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#11963 Bonnie Girl

Adopted
Medium-size, Female, Adult Mountain Cur,

Hi my name is Bonnie Girl. I'm thought to be a Mountain Cur mix about 3 years old and I currently weigh 43 lbs. I have a lovely brindle coat that's very short and I'm just the right size for any home.

Until OPH rescued me, I spent my whole life chained or caged outside so lots of things are new to me and it takes me awhile to get used to them. Foster mom says even though I might be nervous around new things I'm a quiet girl and keep my kennel clean. I'm doing better every day learning to walk on a leash and even though its scary to go past the house and cars once I'm in the open I put my nose to the ground and enjoy the walk. I love the other dogs at the foster home and enjoy taking walks with them and playing with them in the fenced yard. I'm very comfortable with my foster mom and come around her all the time for pets . Foster mom says I'm a flight risk-- I'm not sure what that means-- I think it's just because when I'm around new things I try to hide or get away. But she said if somebody's willing to teach me that everything is not scary and give me time to get used to new things, I'm going to make a very nice family pet.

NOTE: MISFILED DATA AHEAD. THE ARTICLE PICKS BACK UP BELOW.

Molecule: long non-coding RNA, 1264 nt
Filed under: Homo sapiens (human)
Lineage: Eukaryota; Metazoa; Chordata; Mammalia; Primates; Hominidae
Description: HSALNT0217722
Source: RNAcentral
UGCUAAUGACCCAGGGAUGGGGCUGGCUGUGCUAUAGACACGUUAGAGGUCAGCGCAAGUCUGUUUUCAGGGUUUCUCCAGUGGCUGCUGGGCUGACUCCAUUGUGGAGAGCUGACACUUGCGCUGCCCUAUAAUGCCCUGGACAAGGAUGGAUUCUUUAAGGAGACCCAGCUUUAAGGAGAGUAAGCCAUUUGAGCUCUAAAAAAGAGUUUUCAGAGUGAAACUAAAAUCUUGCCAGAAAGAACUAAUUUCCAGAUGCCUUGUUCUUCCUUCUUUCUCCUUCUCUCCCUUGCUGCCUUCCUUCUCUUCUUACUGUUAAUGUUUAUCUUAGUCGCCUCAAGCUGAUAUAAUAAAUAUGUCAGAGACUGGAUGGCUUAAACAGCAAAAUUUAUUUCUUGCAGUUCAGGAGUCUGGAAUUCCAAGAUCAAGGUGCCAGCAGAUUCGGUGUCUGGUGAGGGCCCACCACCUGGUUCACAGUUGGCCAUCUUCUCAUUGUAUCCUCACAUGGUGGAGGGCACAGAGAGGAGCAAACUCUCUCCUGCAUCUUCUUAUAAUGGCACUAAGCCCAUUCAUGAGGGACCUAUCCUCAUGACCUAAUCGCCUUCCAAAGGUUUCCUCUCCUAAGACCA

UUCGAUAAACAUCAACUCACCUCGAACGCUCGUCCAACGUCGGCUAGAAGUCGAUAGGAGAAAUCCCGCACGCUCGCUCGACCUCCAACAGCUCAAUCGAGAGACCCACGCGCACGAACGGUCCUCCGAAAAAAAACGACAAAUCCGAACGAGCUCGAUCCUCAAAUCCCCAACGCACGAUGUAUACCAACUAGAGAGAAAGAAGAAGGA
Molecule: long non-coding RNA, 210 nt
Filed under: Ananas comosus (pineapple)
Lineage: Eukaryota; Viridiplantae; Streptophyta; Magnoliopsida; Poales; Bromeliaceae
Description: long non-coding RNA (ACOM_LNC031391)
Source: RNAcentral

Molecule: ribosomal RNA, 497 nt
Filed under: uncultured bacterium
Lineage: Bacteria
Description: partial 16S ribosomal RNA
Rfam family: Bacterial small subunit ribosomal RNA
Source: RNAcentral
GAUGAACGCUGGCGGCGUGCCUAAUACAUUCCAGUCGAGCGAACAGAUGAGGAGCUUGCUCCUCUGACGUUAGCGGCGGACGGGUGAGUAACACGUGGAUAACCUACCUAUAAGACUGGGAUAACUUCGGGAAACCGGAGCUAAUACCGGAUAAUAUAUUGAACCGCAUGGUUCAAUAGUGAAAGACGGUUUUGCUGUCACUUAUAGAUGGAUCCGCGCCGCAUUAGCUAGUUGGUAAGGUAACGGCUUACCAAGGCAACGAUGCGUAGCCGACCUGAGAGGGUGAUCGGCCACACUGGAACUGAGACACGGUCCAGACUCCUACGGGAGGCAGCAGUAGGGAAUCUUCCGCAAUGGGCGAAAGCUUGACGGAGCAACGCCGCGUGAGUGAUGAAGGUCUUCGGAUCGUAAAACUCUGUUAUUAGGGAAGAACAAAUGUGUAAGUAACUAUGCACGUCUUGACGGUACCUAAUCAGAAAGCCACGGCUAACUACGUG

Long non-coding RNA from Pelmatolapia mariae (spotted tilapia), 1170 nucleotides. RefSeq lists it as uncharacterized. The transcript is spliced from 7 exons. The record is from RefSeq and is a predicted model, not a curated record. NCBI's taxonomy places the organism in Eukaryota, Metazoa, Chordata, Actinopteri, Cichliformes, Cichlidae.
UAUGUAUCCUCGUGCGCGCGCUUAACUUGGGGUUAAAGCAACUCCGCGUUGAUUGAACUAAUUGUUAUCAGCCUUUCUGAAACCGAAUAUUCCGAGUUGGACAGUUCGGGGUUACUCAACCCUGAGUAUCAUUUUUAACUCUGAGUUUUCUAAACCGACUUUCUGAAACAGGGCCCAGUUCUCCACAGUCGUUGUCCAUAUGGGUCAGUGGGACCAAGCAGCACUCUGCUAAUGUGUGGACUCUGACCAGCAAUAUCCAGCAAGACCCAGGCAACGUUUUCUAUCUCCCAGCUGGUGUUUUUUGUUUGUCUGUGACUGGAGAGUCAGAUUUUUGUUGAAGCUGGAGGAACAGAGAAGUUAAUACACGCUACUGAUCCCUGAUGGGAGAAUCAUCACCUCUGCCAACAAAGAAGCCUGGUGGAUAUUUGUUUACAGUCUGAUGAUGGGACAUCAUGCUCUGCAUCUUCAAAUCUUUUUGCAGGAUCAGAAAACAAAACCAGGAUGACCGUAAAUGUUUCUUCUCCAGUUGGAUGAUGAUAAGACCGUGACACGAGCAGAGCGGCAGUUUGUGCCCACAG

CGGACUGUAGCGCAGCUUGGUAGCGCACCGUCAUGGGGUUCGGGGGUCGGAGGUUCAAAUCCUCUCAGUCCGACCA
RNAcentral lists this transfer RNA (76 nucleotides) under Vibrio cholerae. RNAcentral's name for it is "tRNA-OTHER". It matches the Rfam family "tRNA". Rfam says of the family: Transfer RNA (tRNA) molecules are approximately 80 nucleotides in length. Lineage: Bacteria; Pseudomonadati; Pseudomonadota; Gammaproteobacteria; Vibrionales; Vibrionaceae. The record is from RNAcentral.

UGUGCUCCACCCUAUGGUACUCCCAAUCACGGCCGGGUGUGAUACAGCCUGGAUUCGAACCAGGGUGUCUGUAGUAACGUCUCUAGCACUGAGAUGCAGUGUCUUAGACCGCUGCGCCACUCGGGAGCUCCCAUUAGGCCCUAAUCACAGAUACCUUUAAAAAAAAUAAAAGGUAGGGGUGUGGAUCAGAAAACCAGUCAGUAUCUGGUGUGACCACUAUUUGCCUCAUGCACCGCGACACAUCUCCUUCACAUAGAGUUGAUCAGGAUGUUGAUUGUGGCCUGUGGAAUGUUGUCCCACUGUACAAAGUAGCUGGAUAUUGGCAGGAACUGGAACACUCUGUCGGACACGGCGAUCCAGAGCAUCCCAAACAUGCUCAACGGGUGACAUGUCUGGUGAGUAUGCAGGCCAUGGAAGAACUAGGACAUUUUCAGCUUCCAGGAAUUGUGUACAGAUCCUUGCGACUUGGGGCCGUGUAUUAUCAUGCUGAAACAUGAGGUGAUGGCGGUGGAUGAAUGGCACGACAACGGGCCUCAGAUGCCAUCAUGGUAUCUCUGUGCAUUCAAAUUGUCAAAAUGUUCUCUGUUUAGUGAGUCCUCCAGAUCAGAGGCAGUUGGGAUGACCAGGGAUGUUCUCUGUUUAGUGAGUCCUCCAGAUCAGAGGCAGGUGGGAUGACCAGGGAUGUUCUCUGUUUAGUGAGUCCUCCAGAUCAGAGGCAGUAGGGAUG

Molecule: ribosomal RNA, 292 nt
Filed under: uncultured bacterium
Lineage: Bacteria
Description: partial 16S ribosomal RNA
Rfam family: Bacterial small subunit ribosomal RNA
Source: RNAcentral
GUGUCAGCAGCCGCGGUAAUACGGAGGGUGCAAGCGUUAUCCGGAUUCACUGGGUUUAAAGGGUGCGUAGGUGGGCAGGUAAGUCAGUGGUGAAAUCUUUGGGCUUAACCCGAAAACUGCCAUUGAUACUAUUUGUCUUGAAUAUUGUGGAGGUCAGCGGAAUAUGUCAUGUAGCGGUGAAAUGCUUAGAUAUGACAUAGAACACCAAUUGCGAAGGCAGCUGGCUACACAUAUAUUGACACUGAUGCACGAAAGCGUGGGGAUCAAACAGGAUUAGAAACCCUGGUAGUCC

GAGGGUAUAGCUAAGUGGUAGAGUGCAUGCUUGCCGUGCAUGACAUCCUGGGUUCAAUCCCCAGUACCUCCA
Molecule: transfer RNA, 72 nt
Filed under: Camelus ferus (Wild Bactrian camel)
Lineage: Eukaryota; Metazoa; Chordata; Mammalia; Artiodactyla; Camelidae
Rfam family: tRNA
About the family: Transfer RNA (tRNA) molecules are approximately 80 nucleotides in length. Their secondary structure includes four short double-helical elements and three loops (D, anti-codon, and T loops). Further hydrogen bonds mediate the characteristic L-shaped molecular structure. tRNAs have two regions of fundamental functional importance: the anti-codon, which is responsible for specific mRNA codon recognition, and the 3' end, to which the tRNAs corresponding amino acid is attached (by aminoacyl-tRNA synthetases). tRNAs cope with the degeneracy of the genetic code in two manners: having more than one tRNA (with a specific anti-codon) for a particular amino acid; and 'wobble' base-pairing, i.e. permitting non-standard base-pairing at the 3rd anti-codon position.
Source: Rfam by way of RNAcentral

See me in action here:
Bonnie playing with another dog

I'm spayed, microchipped and current on my vaccines and monthly preventatives and ready for a home of my own.

Bonnie Girl is up-to-date on her vaccinations and has been spayed. Bonnie Girl is currently being fostered in Craigsville , VA.

All adult dogs, cats, and kittens are altered prior to adoption. Puppies too young to be altered at the time of adoption must be brought to our partner vet in Ashland, VA for spay or neuter paid for by Operation Paws for Homes by 6 months of age. Adopters may choose to have the procedure done at their own vet before 6 months of age and be reimbursed the amount that the rescue would pay our partner vet in Ashland.

This dog's bio is based off the experiences of the foster and/or volunteers of OPH as well as any information that we received from the shelter or previous owner. This is very important because it means that while they may act one way in the foster’s home, you may experience something different in your home.